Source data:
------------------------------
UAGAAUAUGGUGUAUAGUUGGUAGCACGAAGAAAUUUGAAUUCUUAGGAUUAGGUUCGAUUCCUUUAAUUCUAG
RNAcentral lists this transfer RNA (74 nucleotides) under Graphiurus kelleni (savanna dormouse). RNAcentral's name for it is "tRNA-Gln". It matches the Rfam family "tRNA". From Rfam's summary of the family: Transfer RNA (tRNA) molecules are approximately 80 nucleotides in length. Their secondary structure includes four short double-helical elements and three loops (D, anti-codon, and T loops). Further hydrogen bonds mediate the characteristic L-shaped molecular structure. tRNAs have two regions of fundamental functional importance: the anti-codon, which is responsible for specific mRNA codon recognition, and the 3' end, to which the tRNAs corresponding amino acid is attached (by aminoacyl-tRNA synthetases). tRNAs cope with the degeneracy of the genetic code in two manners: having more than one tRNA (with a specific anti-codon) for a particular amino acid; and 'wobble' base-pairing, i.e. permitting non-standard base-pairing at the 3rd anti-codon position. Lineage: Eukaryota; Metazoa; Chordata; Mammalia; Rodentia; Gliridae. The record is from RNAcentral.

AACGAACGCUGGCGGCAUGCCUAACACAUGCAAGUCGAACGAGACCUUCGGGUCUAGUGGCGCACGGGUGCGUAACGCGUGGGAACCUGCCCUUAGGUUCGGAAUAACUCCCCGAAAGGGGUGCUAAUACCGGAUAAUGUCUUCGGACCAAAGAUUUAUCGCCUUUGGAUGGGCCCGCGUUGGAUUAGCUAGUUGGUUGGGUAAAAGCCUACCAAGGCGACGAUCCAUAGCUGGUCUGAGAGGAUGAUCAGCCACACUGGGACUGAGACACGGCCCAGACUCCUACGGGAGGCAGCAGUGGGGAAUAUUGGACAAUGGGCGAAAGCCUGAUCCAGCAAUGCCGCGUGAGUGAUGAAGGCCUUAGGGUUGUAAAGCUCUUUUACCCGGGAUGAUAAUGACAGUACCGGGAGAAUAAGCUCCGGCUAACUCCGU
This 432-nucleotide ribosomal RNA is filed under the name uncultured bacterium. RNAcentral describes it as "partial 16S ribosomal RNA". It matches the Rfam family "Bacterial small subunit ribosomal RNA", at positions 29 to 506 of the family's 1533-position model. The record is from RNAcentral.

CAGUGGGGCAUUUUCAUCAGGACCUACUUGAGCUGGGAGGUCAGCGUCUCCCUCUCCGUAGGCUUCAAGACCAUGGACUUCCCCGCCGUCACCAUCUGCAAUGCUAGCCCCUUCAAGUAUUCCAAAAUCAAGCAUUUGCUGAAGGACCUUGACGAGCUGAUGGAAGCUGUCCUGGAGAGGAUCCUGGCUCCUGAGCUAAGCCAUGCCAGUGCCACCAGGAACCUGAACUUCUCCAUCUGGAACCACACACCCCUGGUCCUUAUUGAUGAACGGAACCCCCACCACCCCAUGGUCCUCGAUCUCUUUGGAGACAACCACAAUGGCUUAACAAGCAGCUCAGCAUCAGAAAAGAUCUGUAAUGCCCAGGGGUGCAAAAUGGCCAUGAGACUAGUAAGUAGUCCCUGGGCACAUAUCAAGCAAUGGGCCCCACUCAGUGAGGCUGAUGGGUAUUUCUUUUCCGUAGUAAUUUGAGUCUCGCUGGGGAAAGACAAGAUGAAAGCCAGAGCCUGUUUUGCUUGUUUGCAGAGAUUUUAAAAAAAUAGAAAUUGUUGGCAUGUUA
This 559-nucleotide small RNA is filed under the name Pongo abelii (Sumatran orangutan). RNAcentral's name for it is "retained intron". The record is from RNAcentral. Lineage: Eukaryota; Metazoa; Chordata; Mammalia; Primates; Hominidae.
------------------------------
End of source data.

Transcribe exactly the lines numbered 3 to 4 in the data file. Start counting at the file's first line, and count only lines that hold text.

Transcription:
AACGAACGCUGGCGGCAUGCCUAACACAUGCAAGUCGAACGAGACCUUCGGGUCUAGUGGCGCACGGGUGCGUAACGCGUGGGAACCUGCCCUUAGGUUCGGAAUAACUCCCCGAAAGGGGUGCUAAUACCGGAUAAUGUCUUCGGACCAAAGAUUUAUCGCCUUUGGAUGGGCCCGCGUUGGAUUAGCUAGUUGGUUGGGUAAAAGCCUACCAAGGCGACGAUCCAUAGCUGGUCUGAGAGGAUGAUCAGCCACACUGGGACUGAGACACGGCCCAGACUCCUACGGGAGGCAGCAGUGGGGAAUAUUGGACAAUGGGCGAAAGCCUGAUCCAGCAAUGCCGCGUGAGUGAUGAAGGCCUUAGGGUUGUAAAGCUCUUUUACCCGGGAUGAUAAUGACAGUACCGGGAGAAUAAGCUCCGGCUAACUCCGU
This 432-nucleotide ribosomal RNA is filed under the name uncultured bacterium. RNAcentral describes it as "partial 16S ribosomal RNA". It matches the Rfam family "Bacterial small subunit ribosomal RNA", at positions 29 to 506 of the family's 1533-position model. The record is from RNAcentral.